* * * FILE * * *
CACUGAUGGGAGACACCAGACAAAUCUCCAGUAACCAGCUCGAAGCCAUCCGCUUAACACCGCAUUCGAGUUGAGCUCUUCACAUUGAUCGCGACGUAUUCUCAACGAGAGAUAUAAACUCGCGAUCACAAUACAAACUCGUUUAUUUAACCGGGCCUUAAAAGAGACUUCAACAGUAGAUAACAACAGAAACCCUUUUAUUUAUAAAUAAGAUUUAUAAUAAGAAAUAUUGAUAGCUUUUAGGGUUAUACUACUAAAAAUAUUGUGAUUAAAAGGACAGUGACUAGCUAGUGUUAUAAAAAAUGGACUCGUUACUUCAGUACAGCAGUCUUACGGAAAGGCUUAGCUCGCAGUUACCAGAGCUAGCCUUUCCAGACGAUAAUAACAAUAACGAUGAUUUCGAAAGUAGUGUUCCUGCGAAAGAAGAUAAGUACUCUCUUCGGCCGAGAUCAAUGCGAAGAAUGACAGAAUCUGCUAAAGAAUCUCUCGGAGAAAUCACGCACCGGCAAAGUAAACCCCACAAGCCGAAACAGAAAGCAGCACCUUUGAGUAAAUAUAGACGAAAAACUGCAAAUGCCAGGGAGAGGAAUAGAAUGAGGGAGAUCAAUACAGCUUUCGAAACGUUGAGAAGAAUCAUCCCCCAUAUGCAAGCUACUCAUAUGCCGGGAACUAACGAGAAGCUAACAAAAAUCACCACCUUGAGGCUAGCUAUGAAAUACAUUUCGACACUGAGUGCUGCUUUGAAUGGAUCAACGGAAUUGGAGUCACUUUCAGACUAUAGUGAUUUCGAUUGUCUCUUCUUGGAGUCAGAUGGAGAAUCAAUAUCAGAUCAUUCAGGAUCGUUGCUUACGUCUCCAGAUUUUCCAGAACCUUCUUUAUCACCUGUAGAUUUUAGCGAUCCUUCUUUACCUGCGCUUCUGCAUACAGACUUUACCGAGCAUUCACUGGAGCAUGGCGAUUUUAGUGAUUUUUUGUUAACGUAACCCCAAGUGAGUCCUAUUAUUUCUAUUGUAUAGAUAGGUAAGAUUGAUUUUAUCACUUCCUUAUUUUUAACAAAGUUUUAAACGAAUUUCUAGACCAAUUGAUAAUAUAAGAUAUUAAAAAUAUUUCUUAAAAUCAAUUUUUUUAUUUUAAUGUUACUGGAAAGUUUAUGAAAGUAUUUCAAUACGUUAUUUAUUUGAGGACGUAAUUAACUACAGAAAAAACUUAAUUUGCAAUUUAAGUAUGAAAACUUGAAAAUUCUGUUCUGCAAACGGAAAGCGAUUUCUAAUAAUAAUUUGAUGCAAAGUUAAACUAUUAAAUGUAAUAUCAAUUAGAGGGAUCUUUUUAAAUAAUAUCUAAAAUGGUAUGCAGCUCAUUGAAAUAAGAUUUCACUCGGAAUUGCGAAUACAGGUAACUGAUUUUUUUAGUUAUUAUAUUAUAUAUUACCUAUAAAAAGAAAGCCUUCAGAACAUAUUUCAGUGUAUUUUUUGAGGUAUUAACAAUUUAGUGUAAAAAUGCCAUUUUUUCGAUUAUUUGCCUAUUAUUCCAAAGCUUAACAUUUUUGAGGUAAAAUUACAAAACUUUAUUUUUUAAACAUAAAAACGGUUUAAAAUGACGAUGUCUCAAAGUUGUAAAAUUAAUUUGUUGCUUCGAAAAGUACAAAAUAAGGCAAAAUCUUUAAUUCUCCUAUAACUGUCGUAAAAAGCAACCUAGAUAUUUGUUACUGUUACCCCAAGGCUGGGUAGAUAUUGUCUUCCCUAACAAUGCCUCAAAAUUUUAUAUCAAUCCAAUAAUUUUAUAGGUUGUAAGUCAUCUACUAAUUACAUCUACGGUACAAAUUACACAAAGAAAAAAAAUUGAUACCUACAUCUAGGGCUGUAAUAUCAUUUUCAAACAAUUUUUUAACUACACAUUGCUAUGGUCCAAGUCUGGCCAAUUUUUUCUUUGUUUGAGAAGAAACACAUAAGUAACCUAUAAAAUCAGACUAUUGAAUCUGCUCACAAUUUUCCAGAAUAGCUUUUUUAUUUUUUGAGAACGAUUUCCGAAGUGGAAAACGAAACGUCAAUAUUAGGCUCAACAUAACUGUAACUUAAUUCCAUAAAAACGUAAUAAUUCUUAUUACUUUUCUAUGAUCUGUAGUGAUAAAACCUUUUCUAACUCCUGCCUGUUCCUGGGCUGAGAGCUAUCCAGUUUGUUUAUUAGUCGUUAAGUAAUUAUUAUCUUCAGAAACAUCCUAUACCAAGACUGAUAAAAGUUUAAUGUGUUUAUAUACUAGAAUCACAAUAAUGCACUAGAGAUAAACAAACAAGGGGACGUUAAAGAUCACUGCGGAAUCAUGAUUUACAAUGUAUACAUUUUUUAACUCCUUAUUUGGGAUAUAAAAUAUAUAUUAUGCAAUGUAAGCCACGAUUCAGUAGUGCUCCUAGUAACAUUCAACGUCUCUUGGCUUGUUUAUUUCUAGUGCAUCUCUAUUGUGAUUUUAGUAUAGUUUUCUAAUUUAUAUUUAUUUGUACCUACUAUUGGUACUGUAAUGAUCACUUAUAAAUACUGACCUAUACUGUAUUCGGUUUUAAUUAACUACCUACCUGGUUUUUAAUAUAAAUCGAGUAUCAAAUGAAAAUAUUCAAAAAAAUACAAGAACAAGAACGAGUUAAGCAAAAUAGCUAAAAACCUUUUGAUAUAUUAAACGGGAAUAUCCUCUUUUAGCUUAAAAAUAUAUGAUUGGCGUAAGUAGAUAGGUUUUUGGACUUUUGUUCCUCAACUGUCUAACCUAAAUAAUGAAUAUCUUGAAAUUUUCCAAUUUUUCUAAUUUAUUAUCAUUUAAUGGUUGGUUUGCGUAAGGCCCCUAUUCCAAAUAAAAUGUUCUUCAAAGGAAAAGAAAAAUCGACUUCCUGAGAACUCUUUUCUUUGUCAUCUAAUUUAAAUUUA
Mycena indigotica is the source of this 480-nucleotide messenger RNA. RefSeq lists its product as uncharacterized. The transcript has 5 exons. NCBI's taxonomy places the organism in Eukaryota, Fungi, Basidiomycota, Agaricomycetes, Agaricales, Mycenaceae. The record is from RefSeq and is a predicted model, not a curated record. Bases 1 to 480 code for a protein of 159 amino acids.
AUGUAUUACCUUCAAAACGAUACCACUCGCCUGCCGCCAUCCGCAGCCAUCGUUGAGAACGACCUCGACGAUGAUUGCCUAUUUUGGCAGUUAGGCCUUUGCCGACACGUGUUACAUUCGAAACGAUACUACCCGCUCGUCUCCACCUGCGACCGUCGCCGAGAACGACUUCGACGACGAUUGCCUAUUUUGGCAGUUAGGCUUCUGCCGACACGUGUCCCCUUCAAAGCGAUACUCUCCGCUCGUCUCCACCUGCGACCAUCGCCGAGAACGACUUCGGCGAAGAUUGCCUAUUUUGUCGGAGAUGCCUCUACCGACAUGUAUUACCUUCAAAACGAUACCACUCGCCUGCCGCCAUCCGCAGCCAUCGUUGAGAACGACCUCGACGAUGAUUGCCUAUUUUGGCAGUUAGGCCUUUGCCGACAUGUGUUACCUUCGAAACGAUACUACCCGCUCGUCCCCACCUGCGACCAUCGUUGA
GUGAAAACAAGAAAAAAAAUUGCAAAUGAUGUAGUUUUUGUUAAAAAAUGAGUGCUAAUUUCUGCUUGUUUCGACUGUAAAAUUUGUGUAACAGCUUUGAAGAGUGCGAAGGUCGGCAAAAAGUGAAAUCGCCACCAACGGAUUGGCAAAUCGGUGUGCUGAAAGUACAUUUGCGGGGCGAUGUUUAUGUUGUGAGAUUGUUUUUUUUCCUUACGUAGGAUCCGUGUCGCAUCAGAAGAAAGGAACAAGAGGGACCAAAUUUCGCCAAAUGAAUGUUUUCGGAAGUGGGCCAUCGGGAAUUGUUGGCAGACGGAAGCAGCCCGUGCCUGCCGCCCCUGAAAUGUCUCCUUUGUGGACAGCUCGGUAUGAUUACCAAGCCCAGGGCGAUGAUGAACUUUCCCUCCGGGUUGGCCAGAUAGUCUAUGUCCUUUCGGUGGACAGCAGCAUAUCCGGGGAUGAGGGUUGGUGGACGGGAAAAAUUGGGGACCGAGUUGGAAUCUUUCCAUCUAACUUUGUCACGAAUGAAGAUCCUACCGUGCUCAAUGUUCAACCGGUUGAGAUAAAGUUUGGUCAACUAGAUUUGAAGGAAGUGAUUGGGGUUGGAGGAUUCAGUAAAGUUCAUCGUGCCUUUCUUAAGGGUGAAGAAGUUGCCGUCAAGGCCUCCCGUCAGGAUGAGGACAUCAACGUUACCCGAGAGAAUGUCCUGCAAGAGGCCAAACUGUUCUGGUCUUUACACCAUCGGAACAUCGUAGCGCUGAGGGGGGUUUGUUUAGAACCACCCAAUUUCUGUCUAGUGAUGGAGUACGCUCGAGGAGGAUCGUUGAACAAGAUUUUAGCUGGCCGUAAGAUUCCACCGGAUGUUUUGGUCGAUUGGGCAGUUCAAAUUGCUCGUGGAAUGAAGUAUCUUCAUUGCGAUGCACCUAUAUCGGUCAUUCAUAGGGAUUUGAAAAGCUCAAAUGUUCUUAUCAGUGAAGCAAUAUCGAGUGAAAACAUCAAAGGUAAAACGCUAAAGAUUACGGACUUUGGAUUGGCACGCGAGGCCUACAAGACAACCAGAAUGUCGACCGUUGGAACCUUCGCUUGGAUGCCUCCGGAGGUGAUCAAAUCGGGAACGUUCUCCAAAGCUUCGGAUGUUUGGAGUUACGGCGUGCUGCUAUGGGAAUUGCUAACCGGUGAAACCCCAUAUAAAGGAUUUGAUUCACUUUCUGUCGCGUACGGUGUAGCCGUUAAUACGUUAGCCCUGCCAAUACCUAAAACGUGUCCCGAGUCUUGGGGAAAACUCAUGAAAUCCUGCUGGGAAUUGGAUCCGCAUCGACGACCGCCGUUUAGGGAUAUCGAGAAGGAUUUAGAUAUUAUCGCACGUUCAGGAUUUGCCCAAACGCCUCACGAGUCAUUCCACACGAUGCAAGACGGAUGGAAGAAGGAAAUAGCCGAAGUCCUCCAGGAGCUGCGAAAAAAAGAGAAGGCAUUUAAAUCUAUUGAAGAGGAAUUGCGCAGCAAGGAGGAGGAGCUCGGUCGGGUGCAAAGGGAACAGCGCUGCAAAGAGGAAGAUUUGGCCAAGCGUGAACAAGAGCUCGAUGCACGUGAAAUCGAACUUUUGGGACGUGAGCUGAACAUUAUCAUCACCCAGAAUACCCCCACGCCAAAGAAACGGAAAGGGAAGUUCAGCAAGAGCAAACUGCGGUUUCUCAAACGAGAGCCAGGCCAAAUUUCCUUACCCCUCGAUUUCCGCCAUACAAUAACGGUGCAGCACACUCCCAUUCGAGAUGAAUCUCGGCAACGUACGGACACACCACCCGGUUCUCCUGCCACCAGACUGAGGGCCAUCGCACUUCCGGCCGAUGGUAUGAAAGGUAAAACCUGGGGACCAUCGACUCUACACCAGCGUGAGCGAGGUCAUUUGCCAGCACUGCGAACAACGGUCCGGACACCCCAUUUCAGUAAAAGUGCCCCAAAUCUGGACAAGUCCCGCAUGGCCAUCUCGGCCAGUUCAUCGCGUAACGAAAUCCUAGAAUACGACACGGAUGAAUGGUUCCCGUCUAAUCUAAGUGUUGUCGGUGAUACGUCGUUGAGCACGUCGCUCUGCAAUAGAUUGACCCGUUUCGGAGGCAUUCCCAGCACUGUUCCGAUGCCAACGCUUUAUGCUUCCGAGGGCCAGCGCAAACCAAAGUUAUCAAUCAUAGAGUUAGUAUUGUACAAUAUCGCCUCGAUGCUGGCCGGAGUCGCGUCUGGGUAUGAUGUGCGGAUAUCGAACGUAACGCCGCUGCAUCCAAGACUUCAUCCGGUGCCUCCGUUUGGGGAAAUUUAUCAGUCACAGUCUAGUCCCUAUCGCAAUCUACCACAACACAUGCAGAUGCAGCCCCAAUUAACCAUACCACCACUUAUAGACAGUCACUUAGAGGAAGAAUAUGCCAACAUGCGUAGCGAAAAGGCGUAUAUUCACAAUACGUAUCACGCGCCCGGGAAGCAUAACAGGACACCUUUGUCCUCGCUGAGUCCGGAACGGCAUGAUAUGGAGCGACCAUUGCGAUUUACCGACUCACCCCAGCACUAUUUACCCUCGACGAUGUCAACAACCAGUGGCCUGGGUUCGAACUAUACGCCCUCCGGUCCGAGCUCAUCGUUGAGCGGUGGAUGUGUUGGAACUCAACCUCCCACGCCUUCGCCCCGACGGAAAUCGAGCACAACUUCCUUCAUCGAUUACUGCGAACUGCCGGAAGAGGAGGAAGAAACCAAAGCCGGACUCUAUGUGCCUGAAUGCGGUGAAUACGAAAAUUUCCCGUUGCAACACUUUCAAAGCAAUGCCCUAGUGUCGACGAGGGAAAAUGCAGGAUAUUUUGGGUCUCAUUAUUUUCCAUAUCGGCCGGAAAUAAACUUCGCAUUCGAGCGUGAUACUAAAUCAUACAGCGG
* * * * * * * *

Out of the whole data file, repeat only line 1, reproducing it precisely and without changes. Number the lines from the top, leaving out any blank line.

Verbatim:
CACUGAUGGGAGACACCAGACAAAUCUCCAGUAACCAGCUCGAAGCCAUCCGCUUAACACCGCAUUCGAGUUGAGCUCUUCACAUUGAUCGCGACGUAUUCUCAACGAGAGAUAUAAACUCGCGAUCACAAUACAAACUCGUUUAUUUAACCGGGCCUUAAAAGAGACUUCAACAGUAGAUAACAACAGAAACCCUUUUAUUUAUAAAUAAGAUUUAUAAUAAGAAAUAUUGAUAGCUUUUAGGGUUAUACUACUAAAAAUAUUGUGAUUAAAAGGACAGUGACUAGCUAGUGUUAUAAAAAAUGGACUCGUUACUUCAGUACAGCAGUCUUACGGAAAGGCUUAGCUCGCAGUUACCAGAGCUAGCCUUUCCAGACGAUAAUAACAAUAACGAUGAUUUCGAAAGUAGUGUUCCUGCGAAAGAAGAUAAGUACUCUCUUCGGCCGAGAUCAAUGCGAAGAAUGACAGAAUCUGCUAAAGAAUCUCUCGGAGAAAUCACGCACCGGCAAAGUAAACCCCACAAGCCGAAACAGAAAGCAGCACCUUUGAGUAAAUAUAGACGAAAAACUGCAAAUGCCAGGGAGAGGAAUAGAAUGAGGGAGAUCAAUACAGCUUUCGAAACGUUGAGAAGAAUCAUCCCCCAUAUGCAAGCUACUCAUAUGCCGGGAACUAACGAGAAGCUAACAAAAAUCACCACCUUGAGGCUAGCUAUGAAAUACAUUUCGACACUGAGUGCUGCUUUGAAUGGAUCAACGGAAUUGGAGUCACUUUCAGACUAUAGUGAUUUCGAUUGUCUCUUCUUGGAGUCAGAUGGAGAAUCAAUAUCAGAUCAUUCAGGAUCGUUGCUUACGUCUCCAGAUUUUCCAGAACCUUCUUUAUCACCUGUAGAUUUUAGCGAUCCUUCUUUACCUGCGCUUCUGCAUACAGACUUUACCGAGCAUUCACUGGAGCAUGGCGAUUUUAGUGAUUUUUUGUUAACGUAACCCCAAGUGAGUCCUAUUAUUUCUAUUGUAUAGAUAGGUAAGAUUGAUUUUAUCACUUCCUUAUUUUUAACAAAGUUUUAAACGAAUUUCUAGACCAAUUGAUAAUAUAAGAUAUUAAAAAUAUUUCUUAAAAUCAAUUUUUUUAUUUUAAUGUUACUGGAAAGUUUAUGAAAGUAUUUCAAUACGUUAUUUAUUUGAGGACGUAAUUAACUACAGAAAAAACUUAAUUUGCAAUUUAAGUAUGAAAACUUGAAAAUUCUGUUCUGCAAACGGAAAGCGAUUUCUAAUAAUAAUUUGAUGCAAAGUUAAACUAUUAAAUGUAAUAUCAAUUAGAGGGAUCUUUUUAAAUAAUAUCUAAAAUGGUAUGCAGCUCAUUGAAAUAAGAUUUCACUCGGAAUUGCGAAUACAGGUAACUGAUUUUUUUAGUUAUUAUAUUAUAUAUUACCUAUAAAAAGAAAGCCUUCAGAACAUAUUUCAGUGUAUUUUUUGAGGUAUUAACAAUUUAGUGUAAAAAUGCCAUUUUUUCGAUUAUUUGCCUAUUAUUCCAAAGCUUAACAUUUUUGAGGUAAAAUUACAAAACUUUAUUUUUUAAACAUAAAAACGGUUUAAAAUGACGAUGUCUCAAAGUUGUAAAAUUAAUUUGUUGCUUCGAAAAGUACAAAAUAAGGCAAAAUCUUUAAUUCUCCUAUAACUGUCGUAAAAAGCAACCUAGAUAUUUGUUACUGUUACCCCAAGGCUGGGUAGAUAUUGUCUUCCCUAACAAUGCCUCAAAAUUUUAUAUCAAUCCAAUAAUUUUAUAGGUUGUAAGUCAUCUACUAAUUACAUCUACGGUACAAAUUACACAAAGAAAAAAAAUUGAUACCUACAUCUAGGGCUGUAAUAUCAUUUUCAAACAAUUUUUUAACUACACAUUGCUAUGGUCCAAGUCUGGCCAAUUUUUUCUUUGUUUGAGAAGAAACACAUAAGUAACCUAUAAAAUCAGACUAUUGAAUCUGCUCACAAUUUUCCAGAAUAGCUUUUUUAUUUUUUGAGAACGAUUUCCGAAGUGGAAAACGAAACGUCAAUAUUAGGCUCAACAUAACUGUAACUUAAUUCCAUAAAAACGUAAUAAUUCUUAUUACUUUUCUAUGAUCUGUAGUGAUAAAACCUUUUCUAACUCCUGCCUGUUCCUGGGCUGAGAGCUAUCCAGUUUGUUUAUUAGUCGUUAAGUAAUUAUUAUCUUCAGAAACAUCCUAUACCAAGACUGAUAAAAGUUUAAUGUGUUUAUAUACUAGAAUCACAAUAAUGCACUAGAGAUAAACAAACAAGGGGACGUUAAAGAUCACUGCGGAAUCAUGAUUUACAAUGUAUACAUUUUUUAACUCCUUAUUUGGGAUAUAAAAUAUAUAUUAUGCAAUGUAAGCCACGAUUCAGUAGUGCUCCUAGUAACAUUCAACGUCUCUUGGCUUGUUUAUUUCUAGUGCAUCUCUAUUGUGAUUUUAGUAUAGUUUUCUAAUUUAUAUUUAUUUGUACCUACUAUUGGUACUGUAAUGAUCACUUAUAAAUACUGACCUAUACUGUAUUCGGUUUUAAUUAACUACCUACCUGGUUUUUAAUAUAAAUCGAGUAUCAAAUGAAAAUAUUCAAAAAAAUACAAGAACAAGAACGAGUUAAGCAAAAUAGCUAAAAACCUUUUGAUAUAUUAAACGGGAAUAUCCUCUUUUAGCUUAAAAAUAUAUGAUUGGCGUAAGUAGAUAGGUUUUUGGACUUUUGUUCCUCAACUGUCUAACCUAAAUAAUGAAUAUCUUGAAAUUUUCCAAUUUUUCUAAUUUAUUAUCAUUUAAUGGUUGGUUUGCGUAAGGCCCCUAUUCCAAAUAAAAUGUUCUUCAAAGGAAAAGAAAAAUCGACUUCCUGAGAACUCUUUUCUUUGUCAUCUAAUUUAAAUUUA